Dear Mary: I am a big fan of your column and love the tips and advice that you share with us. My wife and I have been married for 25 years and have been practicing the frugal lifestyle since before we were married. We have recently received an inheritance that we want to be extremely careful with. My question to you is how do I go about finding a competent and trustworthy advisor?
We each have an IRA account but mine is through a former employer (almost 5 years ago). I need to set up a new IRA and transfer my (meager) funds from the old one to the new. I also want to put some of my inheritance into it. Is there an unbiased source for information and evaluation of IRA plans and other investment vehicles? Enthusiastically yours, Gary.
Dear Gary: You are certainly on the right track with 1) realizing your need for professional advice and 2) looking for “unbiased” advice, which to me means advice that is in your best interest, not the advisor’s.
The services that financial planners offer can vary widely. Some financial planners/advisors assess every aspect of your financial life—including savings, investments, insurance, taxes, retirement, and estate planning—and help you develop a detailed strategy or financial plan for meeting all your financial goals. Other professionals call themselves financial planners, but they may only be able to recommend that you invest in a narrow range of products and securities like stocks and bonds. Continue reading
I had this great idea, years ago, to buy a ton of ground beef (OK, more like ten pounds) and then browned all of it—all at once. That way I could divide it up into one-pound portions, freeze it and have it all ready to go when a recipe called for ground beef. Great idea! Did it work? Well, sorta’ if by “working” you mean taking a long time, making a huge mess of my stove and kitchen and having to do it in batches because who has a frying pan that big—and basically vowing to never do THAT again.
Last week, when I received today’s first great reader tip in my email box, I couldn’t believe it. Why didn’t I think of that? What a great idea and yes I am going to do this. Can’t wait. Continue reading
Posted on May 7, 2013
Everything I know about buying and selling clothes on consignment I owe to my friend Kathleen, a remarkably well-dressed woman. She shops exclusively in consignment stores, but only those that are located in upscale areas. And boy, can she dress. She’s a consignment seller, too. In fact, I’ve known Kathleen to buy an outfit from one of her favorite consignment stores for a special occasion, then turn around and sell it back into consignment the next day. See what I mean? She’s very clever.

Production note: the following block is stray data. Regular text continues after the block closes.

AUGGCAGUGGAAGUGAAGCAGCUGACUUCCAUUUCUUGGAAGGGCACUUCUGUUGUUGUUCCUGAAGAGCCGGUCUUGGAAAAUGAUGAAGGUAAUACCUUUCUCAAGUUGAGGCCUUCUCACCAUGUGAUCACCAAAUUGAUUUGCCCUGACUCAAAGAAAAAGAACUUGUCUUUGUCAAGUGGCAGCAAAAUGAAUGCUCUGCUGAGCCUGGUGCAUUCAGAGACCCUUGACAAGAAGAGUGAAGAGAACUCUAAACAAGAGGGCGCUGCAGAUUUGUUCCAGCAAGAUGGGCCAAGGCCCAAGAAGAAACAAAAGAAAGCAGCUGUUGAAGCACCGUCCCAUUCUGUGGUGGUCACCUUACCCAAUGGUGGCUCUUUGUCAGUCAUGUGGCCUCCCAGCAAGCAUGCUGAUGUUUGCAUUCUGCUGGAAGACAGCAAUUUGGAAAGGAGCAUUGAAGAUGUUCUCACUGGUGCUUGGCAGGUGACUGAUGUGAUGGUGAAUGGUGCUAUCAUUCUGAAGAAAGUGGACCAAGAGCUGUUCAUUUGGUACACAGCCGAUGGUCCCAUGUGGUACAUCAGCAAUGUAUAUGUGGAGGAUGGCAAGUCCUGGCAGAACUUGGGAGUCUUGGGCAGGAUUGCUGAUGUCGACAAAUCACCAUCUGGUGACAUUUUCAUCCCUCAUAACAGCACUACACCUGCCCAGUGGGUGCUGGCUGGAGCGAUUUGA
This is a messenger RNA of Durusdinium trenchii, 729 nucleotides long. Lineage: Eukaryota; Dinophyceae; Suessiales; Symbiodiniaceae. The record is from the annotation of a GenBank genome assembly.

The consignment process is simple. The store sets its criteria for accepting merchandise, and sets the price—usually 50 percent of the new retail price. Expect a consignment shop to have very high standards for what they will accept: Must be a current style, must be brought in clean and must have no visible wear, holes or stains.
If you are a seller and your items meet the store’s criteria, your items will be put on the sales floor and displayed for 30 to 60 days. Once sold, you will receive 30 to 50 percent of the purchase price depending on that store’s policy. Continue reading
Nok-Out and I met quite by accident. In searching for ways my readers could deal with offensive odors, we found each other online. I’ve used it continuously in my home since then and have recommended it to readers facing serious and potentially expensive odor issues. Not everything in life can be doused in bleach. But Nok-Out? No problem!
So today I thought I would sum it all up by giving you my top eight reasons that I am hooked on Nok-Out. It’s a smelly world out there and I don’t want to live in it without Nok-Out. Continue reading
I love the concept of a “double-duty dinner.” Basically, it’s a dinner that also yields a second meal for later in the week. This is not a leftover meal, but a completely new menu for the second dinner.
Becky Johnson and Rachel Randolph, the mother daughter duo at WeLaughWeCryWeCook.com, blog came up with a way that one cooking effort yields two absolutely amazing meals. I gave their plan a go this past weekend and served the best ever Tri-Tip Beef Dinner I have ever had in my life, followed by to-die-for French Dip Sandwiches the following day. “Prepare to amaze yourself,” says Becky. She’s right. I did.
I bought two tri-tip roasts in one package at Costco. You can also find them packaged this way at Sam’s Club. Most supermarkets carry this cut of beef. However, if you cannot find tri-tips roasts, try London Broil or another similar cut of beef. You’ll want about 4 pounds without bones. Continue reading